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Jer 39:1-18. JERUSALEM TAKEN. ZEDEKIAH'S FATE. JEREMIAH CARED FOR. EBED-MELECH ASSURED.
This chapter consists of two parts: the first describes the capture of Jerusalem, the removal of the people to Babylon, and the fate of Zedekiah, and that of Jeremiah. The second tells of the assurance of safety to Ebed-melech.
1. ninth year . . . tenth month--and on the tenth day of it (Jer 52:4; 2Ki 25:1-4). From Jer 39:2, "eleventh year . . . fourth month . . . ninth day," we know the siege lasted one and a half years, excepting the suspension of it caused by Pharaoh. Nebuchadnezzar was present in the beginning of the siege, but was at Riblah at its close (Jer 39:3, 6; compare Jer 38:17).
3. sat--expressing military occupation or encampment.
4. the king's garden--The "gate" to it from the upper, city above was
appropriated to the kings alone; stairs" led down from Mount Zion and
the palace to the king's garden below
5. Riblah--north of Palestine (see
Hamath is identified by commentators with Antioch, in Syria, on the
Orontes, called Epiphania, from Antiochus Epiphanes.
6. slew . . . sons . . . before his
eyes--previous to his eyes being "put out"
literally, "dug out." The Assyrian sculptures depict the delight with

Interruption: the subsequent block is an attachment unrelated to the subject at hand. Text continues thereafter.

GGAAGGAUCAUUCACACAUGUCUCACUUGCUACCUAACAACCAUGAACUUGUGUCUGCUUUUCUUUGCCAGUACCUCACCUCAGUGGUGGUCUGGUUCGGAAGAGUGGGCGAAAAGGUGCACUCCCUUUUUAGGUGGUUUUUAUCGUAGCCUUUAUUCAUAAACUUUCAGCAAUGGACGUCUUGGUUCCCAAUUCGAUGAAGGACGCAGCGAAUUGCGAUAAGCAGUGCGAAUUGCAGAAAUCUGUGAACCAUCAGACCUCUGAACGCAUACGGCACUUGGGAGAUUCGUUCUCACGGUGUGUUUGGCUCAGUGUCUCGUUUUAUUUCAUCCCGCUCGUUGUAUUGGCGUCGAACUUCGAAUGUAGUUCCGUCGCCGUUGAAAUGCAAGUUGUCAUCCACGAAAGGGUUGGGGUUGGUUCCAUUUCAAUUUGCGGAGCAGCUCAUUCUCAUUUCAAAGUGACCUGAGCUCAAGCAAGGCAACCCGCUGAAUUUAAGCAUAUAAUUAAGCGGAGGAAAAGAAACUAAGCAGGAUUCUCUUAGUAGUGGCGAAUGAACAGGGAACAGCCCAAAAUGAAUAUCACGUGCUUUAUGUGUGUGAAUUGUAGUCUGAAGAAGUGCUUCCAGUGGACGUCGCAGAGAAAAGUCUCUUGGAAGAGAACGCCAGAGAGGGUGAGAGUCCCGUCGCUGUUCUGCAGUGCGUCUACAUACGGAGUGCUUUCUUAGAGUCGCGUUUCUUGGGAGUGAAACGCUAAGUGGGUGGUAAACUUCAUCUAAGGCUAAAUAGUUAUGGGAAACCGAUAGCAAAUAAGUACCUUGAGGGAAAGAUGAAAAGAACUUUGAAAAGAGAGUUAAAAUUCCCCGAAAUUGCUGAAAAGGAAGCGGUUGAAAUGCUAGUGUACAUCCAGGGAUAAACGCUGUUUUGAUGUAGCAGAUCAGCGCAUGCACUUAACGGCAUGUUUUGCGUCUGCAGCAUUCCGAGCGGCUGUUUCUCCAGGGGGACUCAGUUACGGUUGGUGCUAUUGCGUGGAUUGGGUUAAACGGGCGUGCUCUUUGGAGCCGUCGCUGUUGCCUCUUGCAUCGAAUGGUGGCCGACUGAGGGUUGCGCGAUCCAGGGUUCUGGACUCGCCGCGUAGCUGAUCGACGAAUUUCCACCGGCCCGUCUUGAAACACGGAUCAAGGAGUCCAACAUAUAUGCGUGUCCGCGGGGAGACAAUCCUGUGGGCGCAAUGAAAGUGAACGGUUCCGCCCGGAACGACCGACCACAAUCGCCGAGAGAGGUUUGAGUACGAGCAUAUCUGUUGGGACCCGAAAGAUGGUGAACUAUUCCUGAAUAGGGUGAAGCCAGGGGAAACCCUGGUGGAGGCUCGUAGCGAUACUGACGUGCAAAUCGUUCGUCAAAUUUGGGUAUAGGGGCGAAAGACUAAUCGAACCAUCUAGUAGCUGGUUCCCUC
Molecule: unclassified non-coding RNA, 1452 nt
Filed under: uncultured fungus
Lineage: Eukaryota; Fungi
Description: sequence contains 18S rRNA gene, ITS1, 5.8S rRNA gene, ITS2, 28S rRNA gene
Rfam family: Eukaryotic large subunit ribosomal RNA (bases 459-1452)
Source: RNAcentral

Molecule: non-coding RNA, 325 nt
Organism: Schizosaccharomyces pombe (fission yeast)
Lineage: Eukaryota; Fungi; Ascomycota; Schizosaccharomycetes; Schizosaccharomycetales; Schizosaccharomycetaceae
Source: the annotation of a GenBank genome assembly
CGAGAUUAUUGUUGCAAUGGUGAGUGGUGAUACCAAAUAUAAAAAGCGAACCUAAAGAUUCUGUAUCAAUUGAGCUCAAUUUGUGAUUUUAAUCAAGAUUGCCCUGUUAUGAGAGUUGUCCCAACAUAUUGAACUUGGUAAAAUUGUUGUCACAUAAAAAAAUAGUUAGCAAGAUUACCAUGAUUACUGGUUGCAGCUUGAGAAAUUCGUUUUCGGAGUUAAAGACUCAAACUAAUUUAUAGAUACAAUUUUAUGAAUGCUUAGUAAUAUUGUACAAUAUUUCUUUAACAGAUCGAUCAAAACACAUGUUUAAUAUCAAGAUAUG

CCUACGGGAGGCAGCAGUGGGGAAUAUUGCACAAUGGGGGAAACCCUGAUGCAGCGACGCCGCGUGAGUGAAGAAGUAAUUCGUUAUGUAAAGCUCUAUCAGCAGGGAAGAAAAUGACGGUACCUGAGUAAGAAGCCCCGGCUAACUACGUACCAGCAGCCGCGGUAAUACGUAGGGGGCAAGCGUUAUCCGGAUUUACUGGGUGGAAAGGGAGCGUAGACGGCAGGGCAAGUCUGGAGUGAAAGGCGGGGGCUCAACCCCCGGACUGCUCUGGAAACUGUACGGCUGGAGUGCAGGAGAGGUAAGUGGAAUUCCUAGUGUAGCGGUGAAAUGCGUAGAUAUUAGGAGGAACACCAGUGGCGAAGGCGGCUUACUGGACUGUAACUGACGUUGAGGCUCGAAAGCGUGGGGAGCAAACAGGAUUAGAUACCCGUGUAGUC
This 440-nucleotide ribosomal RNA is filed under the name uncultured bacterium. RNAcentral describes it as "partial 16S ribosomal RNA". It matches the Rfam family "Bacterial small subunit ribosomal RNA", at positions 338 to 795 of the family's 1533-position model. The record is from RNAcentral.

which the kings struck out, often with their own hands, the eyes of
captive princes. This passage reconciles
"his eyes shall behold his eyes"; with
"he shall not see Babylon, though he shall die there."
8. burned . . . the houses-- (Jer 52:12, 13). Not immediately after the taking of the city, but in the month after, namely, the fifth month (compare Jer 39:2). The delay was probably caused by the princes having to send to Riblah to know the king's pleasure as to the city.
9. remnant--excepting the poorest
who caused Nebuchadnezzar no apprehensions.
10. left . . . the poor . . . which had nothing--The poor have least to lose; one of the providential compensations of their lot. They who before had been stripped of their possessions by the wealthier Jews obtain, not only their own, but those of others.
11. Jeremiah's prophecies were known to Nebuchadnezzar through deserters (Jer 39:9; Jer 38:19), also through the Jews carried to Babylon with Jeconiah (compare Jer 40:2). Hence the king's kindness to him.
12. look well to him--Hebrew, "set thine eyes upon him"; provide for his well-being.
13. Nebuzara-dan . . . sent--He was then at Ramah (Jer 40:1).
14. Gedaliah--son of Ahikam, the former supporter of Jeremiah
Gedaliah was the chief of the deserters to the Chaldeans, and was set
over the remnant in Judea as one likely to remain faithful to
Nebuchadnezzar. His residence was at Mizpah
15-18. Belonging to the time when the city was not yet taken, and when Jeremiah was still in the court of the prison (Jer 38:13). This passage is inserted here because it was now that Ebed-melech's good act (Jer 38:7-12; Mt 25:43) was to be rewarded in his deliverance.
16. Go--not literally, for he was in confinement, but figuratively.
17. the men of whom thou art afraid-- (Jer 38:1, 4-6). The courtiers and princes hostile to thee for having delivered Jeremiah shall have a danger coming so home to themselves as to have no power to hurt. Heretofore intrepid, he was now afraid; this prophecy was therefore the more welcome to him.
18. life . . . for a